proc != NULL

From this output I guessed that everything between “help” and “quickcheckimage” was a command line option. And it looks like perhaps the “destinationinfo” and “status” commands might be what I was looking for. I ran tmutil with those options and it looked good, case closed!

Here’s a complete list of commands that appeared in the “strings /usr/bin/tmutil” output that aren’t described in “man tmutil” or “tmutil”:


I only tried “currentphase”, “destinationinfo”, and “status”. I’ll leave the rest up to curious readers.

So there you go: a brief walkthough of how to discover hidden and undocumented commands in an executable file. Of course, they may be hidden or undocumented for a reason: they may be buggy, unsupported, and have unforeseen and disastrous side effects. Use them at your own risk.

Mac apps I love: Caffeine

Caffeine, besides being one of my favorite ingredients in coffee, is a very lightweight app that keeps your Mac from dimming the screen, going to sleep, or starting the screensaver. It lives a quiet, satisfying life in your menu bar.

It’s perfect for when the Macbook is running on battery power I but don’t want the display to dim or go to sleep. I’m happy to leave my sleep/dim settings where they are and use Caffeine to keep my Mac awake.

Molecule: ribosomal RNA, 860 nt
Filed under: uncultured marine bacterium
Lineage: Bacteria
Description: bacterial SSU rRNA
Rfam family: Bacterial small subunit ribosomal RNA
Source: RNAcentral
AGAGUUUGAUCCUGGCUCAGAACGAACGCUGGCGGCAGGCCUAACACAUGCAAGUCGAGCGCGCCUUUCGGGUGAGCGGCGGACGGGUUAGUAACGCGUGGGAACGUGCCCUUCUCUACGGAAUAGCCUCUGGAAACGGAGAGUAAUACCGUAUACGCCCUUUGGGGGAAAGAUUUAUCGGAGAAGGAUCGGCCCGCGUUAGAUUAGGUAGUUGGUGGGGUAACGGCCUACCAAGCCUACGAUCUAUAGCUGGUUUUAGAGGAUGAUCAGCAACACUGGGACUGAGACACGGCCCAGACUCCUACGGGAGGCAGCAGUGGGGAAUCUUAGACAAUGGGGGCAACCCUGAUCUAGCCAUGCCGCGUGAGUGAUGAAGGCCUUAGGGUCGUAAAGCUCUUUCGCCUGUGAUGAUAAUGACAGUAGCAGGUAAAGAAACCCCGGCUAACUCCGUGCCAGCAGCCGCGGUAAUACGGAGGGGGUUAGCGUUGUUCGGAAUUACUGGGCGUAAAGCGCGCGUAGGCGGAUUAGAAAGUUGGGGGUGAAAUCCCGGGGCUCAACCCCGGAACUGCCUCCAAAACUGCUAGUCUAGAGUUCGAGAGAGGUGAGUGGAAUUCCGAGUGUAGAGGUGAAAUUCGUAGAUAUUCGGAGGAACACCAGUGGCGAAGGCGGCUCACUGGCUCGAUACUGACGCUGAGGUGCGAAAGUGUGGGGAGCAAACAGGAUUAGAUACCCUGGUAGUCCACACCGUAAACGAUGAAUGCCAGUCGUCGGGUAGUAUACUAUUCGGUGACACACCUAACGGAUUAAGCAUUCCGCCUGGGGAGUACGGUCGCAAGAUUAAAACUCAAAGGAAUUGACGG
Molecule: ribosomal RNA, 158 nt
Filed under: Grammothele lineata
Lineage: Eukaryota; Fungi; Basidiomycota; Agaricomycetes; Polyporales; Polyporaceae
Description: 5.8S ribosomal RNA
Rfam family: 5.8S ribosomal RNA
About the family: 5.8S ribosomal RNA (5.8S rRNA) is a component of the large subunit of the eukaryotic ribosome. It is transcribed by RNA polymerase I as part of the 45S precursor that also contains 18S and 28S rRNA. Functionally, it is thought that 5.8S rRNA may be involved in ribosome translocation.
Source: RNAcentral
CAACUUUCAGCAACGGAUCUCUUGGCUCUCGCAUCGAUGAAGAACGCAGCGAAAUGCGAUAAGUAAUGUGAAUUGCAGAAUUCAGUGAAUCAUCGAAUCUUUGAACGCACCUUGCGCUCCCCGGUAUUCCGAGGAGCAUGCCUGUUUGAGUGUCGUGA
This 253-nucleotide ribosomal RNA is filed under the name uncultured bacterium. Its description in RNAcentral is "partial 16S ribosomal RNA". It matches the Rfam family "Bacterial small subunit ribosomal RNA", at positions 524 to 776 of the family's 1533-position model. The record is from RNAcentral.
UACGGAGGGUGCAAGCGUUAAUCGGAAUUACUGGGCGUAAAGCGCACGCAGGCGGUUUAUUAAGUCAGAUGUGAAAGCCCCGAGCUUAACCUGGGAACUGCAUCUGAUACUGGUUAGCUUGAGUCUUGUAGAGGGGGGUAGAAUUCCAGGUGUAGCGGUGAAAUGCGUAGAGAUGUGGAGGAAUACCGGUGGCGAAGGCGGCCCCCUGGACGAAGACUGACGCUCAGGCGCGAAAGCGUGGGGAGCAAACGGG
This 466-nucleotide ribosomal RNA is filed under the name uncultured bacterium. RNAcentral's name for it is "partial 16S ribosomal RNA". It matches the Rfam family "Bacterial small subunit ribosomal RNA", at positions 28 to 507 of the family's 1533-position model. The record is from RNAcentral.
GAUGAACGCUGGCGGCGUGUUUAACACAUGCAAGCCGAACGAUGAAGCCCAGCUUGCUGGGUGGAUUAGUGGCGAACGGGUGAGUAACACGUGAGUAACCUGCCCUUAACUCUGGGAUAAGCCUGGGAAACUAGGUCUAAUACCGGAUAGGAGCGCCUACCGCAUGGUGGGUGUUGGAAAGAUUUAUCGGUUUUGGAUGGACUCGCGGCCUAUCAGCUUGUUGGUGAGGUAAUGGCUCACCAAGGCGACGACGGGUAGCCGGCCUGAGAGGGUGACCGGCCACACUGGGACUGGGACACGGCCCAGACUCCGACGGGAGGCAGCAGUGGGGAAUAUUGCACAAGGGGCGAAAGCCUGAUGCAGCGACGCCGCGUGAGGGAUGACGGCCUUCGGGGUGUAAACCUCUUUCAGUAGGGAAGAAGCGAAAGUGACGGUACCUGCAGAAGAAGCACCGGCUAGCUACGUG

Get it here:

Created by: Lighthead Software

Price: Free

Rating: 8    (1=never use it again, 10=first thing I install on a new computer)

Browser vs. Screen

From John Gruber (emphasis mine):

This is a fundamentally different vision for the coming decade than Google’s. In both cases, your data is in the cloud, and you can access it from anywhere with a network connection. But Google’s vision is about software you run in a web browser. Apple’s is about native apps you run on devices. Apple is as committed to native apps — on the desktop, tablet, and handheld — as it has ever been.

Google’s frame is the browser window. Apple’s frame is the screen. That’s what we’ll remember about today’s keynote ten years from now.

Google sells ads – search and the browser make sense for that market. Apple sells apps and devices – appstores and screens make sense for that market.

But doesn’t Google sell apps? And doesn’t Apple sell ads? Yes, but neither is very enthusiastic about it.

Gruber’s commentary is succinct and right on.

But what about Facebook? They sell ads, too, and Facebook’s frame is the browser window. But Facebook also has device-native apps, so their frame is the screen too.